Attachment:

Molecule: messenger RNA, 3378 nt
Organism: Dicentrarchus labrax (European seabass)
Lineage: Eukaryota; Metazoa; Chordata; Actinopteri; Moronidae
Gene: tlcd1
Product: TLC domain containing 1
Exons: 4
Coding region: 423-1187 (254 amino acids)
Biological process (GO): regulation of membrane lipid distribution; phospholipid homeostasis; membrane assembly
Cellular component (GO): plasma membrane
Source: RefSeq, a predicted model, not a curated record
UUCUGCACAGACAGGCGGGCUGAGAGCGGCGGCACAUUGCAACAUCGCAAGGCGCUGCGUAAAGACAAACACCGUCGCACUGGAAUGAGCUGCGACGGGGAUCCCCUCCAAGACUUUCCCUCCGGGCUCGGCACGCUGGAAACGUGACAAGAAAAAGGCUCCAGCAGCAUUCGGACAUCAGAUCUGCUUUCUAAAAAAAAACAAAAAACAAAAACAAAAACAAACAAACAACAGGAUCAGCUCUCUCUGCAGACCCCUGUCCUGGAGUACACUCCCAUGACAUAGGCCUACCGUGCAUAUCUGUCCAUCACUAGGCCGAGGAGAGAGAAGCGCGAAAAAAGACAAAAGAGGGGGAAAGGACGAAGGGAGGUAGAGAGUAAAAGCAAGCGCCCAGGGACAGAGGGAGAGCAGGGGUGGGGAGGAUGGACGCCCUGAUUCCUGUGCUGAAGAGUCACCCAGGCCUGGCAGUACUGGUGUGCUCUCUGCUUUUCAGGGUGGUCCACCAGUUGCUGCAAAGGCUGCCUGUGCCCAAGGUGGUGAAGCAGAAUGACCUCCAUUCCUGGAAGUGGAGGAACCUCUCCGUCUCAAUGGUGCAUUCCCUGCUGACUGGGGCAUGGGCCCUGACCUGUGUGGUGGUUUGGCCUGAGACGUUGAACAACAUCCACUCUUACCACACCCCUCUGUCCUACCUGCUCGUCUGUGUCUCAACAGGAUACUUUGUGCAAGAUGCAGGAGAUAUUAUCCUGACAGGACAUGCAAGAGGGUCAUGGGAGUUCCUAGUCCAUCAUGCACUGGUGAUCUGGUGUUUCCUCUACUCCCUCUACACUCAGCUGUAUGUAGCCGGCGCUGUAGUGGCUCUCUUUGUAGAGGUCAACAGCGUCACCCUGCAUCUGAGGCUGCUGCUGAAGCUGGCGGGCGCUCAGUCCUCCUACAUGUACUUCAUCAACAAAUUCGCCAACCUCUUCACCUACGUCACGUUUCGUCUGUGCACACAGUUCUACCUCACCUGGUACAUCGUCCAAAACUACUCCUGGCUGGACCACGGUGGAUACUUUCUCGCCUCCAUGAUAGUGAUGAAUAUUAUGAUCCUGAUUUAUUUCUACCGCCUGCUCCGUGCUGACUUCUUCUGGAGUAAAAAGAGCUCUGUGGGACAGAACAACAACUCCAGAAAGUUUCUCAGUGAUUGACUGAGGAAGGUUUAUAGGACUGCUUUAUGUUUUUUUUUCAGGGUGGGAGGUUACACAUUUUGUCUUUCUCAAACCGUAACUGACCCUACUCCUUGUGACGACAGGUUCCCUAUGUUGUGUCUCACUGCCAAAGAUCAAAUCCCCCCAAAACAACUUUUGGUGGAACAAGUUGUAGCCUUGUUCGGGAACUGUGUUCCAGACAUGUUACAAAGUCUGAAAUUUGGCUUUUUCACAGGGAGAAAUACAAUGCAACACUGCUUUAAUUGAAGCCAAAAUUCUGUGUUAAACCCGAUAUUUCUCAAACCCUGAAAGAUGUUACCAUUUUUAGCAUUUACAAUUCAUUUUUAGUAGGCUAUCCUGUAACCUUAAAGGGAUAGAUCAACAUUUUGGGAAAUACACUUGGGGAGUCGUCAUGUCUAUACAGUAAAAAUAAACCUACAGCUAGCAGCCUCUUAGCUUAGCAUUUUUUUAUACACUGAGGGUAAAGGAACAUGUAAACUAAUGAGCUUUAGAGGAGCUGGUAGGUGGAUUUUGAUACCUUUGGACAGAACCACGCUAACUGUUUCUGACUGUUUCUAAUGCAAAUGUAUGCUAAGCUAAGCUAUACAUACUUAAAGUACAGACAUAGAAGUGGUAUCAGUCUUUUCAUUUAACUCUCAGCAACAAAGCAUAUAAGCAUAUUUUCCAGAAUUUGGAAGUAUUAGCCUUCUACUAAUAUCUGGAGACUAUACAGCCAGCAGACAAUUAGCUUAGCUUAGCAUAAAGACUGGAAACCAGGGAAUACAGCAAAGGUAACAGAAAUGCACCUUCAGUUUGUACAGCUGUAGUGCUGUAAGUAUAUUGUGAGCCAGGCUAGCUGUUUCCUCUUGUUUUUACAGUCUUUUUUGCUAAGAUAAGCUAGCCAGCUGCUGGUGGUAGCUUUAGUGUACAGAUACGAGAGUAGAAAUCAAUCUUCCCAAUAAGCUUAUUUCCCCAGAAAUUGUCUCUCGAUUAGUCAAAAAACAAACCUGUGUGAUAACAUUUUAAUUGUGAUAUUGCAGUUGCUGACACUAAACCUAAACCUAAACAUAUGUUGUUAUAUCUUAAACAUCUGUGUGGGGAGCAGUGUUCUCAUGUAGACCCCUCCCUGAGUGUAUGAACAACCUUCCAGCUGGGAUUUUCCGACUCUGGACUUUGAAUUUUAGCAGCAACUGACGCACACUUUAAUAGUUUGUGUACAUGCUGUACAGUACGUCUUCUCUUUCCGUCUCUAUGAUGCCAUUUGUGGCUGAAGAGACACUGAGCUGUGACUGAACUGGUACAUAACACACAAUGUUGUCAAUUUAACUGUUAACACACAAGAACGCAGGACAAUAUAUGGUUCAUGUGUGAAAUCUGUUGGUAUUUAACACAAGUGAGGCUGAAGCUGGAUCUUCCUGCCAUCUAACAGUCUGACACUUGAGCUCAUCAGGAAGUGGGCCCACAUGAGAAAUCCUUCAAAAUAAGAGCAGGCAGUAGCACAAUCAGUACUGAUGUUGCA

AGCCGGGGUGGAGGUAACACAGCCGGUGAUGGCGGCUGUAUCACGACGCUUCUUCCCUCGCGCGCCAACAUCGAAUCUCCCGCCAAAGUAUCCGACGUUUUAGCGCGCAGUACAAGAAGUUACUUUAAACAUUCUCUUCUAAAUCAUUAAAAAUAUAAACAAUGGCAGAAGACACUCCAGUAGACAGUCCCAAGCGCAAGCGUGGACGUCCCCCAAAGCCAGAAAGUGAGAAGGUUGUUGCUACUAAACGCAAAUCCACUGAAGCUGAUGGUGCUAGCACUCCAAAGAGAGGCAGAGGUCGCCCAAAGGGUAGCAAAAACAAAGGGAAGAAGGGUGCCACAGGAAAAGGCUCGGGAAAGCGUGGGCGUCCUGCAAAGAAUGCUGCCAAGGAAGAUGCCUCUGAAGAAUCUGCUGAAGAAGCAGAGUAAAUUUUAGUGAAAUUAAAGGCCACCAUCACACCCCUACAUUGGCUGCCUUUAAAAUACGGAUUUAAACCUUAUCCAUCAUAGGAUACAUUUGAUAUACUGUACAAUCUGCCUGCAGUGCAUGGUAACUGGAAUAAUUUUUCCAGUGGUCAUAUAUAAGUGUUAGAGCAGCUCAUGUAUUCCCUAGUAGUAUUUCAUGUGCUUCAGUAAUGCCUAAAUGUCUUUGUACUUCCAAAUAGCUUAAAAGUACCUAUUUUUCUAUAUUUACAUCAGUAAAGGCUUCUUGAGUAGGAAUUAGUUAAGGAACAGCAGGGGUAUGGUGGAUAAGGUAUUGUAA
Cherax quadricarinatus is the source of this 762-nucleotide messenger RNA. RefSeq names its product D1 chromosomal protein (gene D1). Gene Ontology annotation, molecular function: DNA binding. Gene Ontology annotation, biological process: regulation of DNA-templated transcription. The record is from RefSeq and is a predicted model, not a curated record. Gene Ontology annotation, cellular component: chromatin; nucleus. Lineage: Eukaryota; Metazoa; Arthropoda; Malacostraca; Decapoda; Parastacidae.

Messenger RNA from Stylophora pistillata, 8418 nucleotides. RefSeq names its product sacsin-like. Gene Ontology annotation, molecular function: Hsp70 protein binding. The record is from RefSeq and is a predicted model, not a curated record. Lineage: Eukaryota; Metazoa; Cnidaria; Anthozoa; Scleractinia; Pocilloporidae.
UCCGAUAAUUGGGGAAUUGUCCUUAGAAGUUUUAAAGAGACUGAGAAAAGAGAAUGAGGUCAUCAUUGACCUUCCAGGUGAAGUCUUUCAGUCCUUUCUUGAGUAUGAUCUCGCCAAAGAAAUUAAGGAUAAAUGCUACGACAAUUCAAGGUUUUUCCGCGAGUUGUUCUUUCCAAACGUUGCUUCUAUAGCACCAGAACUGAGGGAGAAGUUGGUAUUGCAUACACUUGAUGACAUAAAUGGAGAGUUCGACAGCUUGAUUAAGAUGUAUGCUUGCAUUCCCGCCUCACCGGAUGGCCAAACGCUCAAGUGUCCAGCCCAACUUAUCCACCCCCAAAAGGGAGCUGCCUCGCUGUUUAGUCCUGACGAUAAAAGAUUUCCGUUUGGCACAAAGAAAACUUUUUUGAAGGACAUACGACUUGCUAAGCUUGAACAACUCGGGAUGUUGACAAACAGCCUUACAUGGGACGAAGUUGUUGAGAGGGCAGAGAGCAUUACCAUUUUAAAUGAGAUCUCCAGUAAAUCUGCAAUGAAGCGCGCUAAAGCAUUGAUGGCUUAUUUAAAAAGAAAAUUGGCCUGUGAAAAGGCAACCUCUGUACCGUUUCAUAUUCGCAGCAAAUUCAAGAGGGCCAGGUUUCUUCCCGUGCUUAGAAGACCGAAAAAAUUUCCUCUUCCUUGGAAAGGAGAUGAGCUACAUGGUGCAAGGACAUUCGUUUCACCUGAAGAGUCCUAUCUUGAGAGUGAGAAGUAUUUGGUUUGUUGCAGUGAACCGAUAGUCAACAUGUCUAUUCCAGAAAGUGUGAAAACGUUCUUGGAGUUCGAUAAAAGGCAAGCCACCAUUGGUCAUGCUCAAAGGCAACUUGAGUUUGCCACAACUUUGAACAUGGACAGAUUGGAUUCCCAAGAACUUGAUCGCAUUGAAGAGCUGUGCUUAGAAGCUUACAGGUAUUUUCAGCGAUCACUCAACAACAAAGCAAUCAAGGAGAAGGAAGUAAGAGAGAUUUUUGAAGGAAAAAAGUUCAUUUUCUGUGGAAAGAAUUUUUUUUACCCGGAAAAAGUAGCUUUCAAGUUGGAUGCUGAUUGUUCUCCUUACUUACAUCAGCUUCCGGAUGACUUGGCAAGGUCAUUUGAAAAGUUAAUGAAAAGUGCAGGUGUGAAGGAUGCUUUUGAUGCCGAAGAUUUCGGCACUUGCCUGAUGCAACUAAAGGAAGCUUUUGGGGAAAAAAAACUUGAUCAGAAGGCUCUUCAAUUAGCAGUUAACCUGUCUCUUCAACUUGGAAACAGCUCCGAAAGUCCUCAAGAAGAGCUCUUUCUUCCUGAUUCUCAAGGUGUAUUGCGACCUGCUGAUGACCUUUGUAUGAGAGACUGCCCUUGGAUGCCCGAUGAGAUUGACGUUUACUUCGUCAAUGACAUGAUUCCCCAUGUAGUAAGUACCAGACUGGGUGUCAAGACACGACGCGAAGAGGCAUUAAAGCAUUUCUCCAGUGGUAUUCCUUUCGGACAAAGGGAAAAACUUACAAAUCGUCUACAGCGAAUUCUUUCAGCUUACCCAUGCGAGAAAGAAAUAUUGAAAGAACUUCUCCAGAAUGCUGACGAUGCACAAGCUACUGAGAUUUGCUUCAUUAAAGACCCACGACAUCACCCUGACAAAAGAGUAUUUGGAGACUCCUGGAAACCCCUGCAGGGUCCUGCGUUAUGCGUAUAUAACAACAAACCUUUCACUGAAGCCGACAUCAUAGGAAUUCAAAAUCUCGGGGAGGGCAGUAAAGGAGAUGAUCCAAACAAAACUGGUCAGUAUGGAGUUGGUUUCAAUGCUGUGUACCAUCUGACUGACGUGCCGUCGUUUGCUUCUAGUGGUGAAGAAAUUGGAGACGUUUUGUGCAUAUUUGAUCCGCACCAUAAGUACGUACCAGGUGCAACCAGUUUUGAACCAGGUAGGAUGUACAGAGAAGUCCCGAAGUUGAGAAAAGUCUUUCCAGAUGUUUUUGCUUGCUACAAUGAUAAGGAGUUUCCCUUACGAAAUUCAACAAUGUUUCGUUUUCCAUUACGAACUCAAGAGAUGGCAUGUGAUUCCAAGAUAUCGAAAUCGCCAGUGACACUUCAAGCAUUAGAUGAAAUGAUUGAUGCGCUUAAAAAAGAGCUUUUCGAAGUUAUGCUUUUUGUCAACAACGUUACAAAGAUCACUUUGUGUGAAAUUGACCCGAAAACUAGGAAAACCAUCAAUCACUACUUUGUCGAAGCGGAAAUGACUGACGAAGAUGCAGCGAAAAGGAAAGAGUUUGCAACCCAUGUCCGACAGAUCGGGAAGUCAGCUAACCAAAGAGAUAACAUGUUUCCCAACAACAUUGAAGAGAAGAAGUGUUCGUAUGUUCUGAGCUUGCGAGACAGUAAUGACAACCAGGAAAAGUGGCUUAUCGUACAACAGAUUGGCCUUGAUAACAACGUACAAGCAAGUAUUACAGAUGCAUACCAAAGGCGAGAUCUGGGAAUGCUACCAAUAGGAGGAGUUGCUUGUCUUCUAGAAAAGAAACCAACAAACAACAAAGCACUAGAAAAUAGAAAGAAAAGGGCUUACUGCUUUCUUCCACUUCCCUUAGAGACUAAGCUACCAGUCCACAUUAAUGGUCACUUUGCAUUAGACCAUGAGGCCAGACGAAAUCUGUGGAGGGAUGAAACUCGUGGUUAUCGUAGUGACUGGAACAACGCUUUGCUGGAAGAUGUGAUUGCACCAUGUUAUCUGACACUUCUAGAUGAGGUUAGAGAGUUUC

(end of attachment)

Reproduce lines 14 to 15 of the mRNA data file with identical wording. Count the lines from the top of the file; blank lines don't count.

Messenger RNA from Stylophora pistillata, 8418 nucleotides. RefSeq names its product sacsin-like. Gene Ontology annotation, molecular function: Hsp70 protein binding. The record is from RefSeq and is a predicted model, not a curated record. Lineage: Eukaryota; Metazoa; Cnidaria; Anthozoa; Scleractinia; Pocilloporidae.
UCCGAUAAUUGGGGAAUUGUCCUUAGAAGUUUUAAAGAGACUGAGAAAAGAGAAUGAGGUCAUCAUUGACCUUCCAGGUGAAGUCUUUCAGUCCUUUCUUGAGUAUGAUCUCGCCAAAGAAAUUAAGGAUAAAUGCUACGACAAUUCAAGGUUUUUCCGCGAGUUGUUCUUUCCAAACGUUGCUUCUAUAGCACCAGAACUGAGGGAGAAGUUGGUAUUGCAUACACUUGAUGACAUAAAUGGAGAGUUCGACAGCUUGAUUAAGAUGUAUGCUUGCAUUCCCGCCUCACCGGAUGGCCAAACGCUCAAGUGUCCAGCCCAACUUAUCCACCCCCAAAAGGGAGCUGCCUCGCUGUUUAGUCCUGACGAUAAAAGAUUUCCGUUUGGCACAAAGAAAACUUUUUUGAAGGACAUACGACUUGCUAAGCUUGAACAACUCGGGAUGUUGACAAACAGCCUUACAUGGGACGAAGUUGUUGAGAGGGCAGAGAGCAUUACCAUUUUAAAUGAGAUCUCCAGUAAAUCUGCAAUGAAGCGCGCUAAAGCAUUGAUGGCUUAUUUAAAAAGAAAAUUGGCCUGUGAAAAGGCAACCUCUGUACCGUUUCAUAUUCGCAGCAAAUUCAAGAGGGCCAGGUUUCUUCCCGUGCUUAGAAGACCGAAAAAAUUUCCUCUUCCUUGGAAAGGAGAUGAGCUACAUGGUGCAAGGACAUUCGUUUCACCUGAAGAGUCCUAUCUUGAGAGUGAGAAGUAUUUGGUUUGUUGCAGUGAACCGAUAGUCAACAUGUCUAUUCCAGAAAGUGUGAAAACGUUCUUGGAGUUCGAUAAAAGGCAAGCCACCAUUGGUCAUGCUCAAAGGCAACUUGAGUUUGCCACAACUUUGAACAUGGACAGAUUGGAUUCCCAAGAACUUGAUCGCAUUGAAGAGCUGUGCUUAGAAGCUUACAGGUAUUUUCAGCGAUCACUCAACAACAAAGCAAUCAAGGAGAAGGAAGUAAGAGAGAUUUUUGAAGGAAAAAAGUUCAUUUUCUGUGGAAAGAAUUUUUUUUACCCGGAAAAAGUAGCUUUCAAGUUGGAUGCUGAUUGUUCUCCUUACUUACAUCAGCUUCCGGAUGACUUGGCAAGGUCAUUUGAAAAGUUAAUGAAAAGUGCAGGUGUGAAGGAUGCUUUUGAUGCCGAAGAUUUCGGCACUUGCCUGAUGCAACUAAAGGAAGCUUUUGGGGAAAAAAAACUUGAUCAGAAGGCUCUUCAAUUAGCAGUUAACCUGUCUCUUCAACUUGGAAACAGCUCCGAAAGUCCUCAAGAAGAGCUCUUUCUUCCUGAUUCUCAAGGUGUAUUGCGACCUGCUGAUGACCUUUGUAUGAGAGACUGCCCUUGGAUGCCCGAUGAGAUUGACGUUUACUUCGUCAAUGACAUGAUUCCCCAUGUAGUAAGUACCAGACUGGGUGUCAAGACACGACGCGAAGAGGCAUUAAAGCAUUUCUCCAGUGGUAUUCCUUUCGGACAAAGGGAAAAACUUACAAAUCGUCUACAGCGAAUUCUUUCAGCUUACCCAUGCGAGAAAGAAAUAUUGAAAGAACUUCUCCAGAAUGCUGACGAUGCACAAGCUACUGAGAUUUGCUUCAUUAAAGACCCACGACAUCACCCUGACAAAAGAGUAUUUGGAGACUCCUGGAAACCCCUGCAGGGUCCUGCGUUAUGCGUAUAUAACAACAAACCUUUCACUGAAGCCGACAUCAUAGGAAUUCAAAAUCUCGGGGAGGGCAGUAAAGGAGAUGAUCCAAACAAAACUGGUCAGUAUGGAGUUGGUUUCAAUGCUGUGUACCAUCUGACUGACGUGCCGUCGUUUGCUUCUAGUGGUGAAGAAAUUGGAGACGUUUUGUGCAUAUUUGAUCCGCACCAUAAGUACGUACCAGGUGCAACCAGUUUUGAACCAGGUAGGAUGUACAGAGAAGUCCCGAAGUUGAGAAAAGUCUUUCCAGAUGUUUUUGCUUGCUACAAUGAUAAGGAGUUUCCCUUACGAAAUUCAACAAUGUUUCGUUUUCCAUUACGAACUCAAGAGAUGGCAUGUGAUUCCAAGAUAUCGAAAUCGCCAGUGACACUUCAAGCAUUAGAUGAAAUGAUUGAUGCGCUUAAAAAAGAGCUUUUCGAAGUUAUGCUUUUUGUCAACAACGUUACAAAGAUCACUUUGUGUGAAAUUGACCCGAAAACUAGGAAAACCAUCAAUCACUACUUUGUCGAAGCGGAAAUGACUGACGAAGAUGCAGCGAAAAGGAAAGAGUUUGCAACCCAUGUCCGACAGAUCGGGAAGUCAGCUAACCAAAGAGAUAACAUGUUUCCCAACAACAUUGAAGAGAAGAAGUGUUCGUAUGUUCUGAGCUUGCGAGACAGUAAUGACAACCAGGAAAAGUGGCUUAUCGUACAACAGAUUGGCCUUGAUAACAACGUACAAGCAAGUAUUACAGAUGCAUACCAAAGGCGAGAUCUGGGAAUGCUACCAAUAGGAGGAGUUGCUUGUCUUCUAGAAAAGAAACCAACAAACAACAAAGCACUAGAAAAUAGAAAGAAAAGGGCUUACUGCUUUCUUCCACUUCCCUUAGAGACUAAGCUACCAGUCCACAUUAAUGGUCACUUUGCAUUAGACCAUGAGGCCAGACGAAAUCUGUGGAGGGAUGAAACUCGUGGUUAUCGUAGUGACUGGAACAACGCUUUGCUGGAAGAUGUGAUUGCACCAUGUUAUCUGACACUUCUAGAUGAGGUUAGAGAGUUUC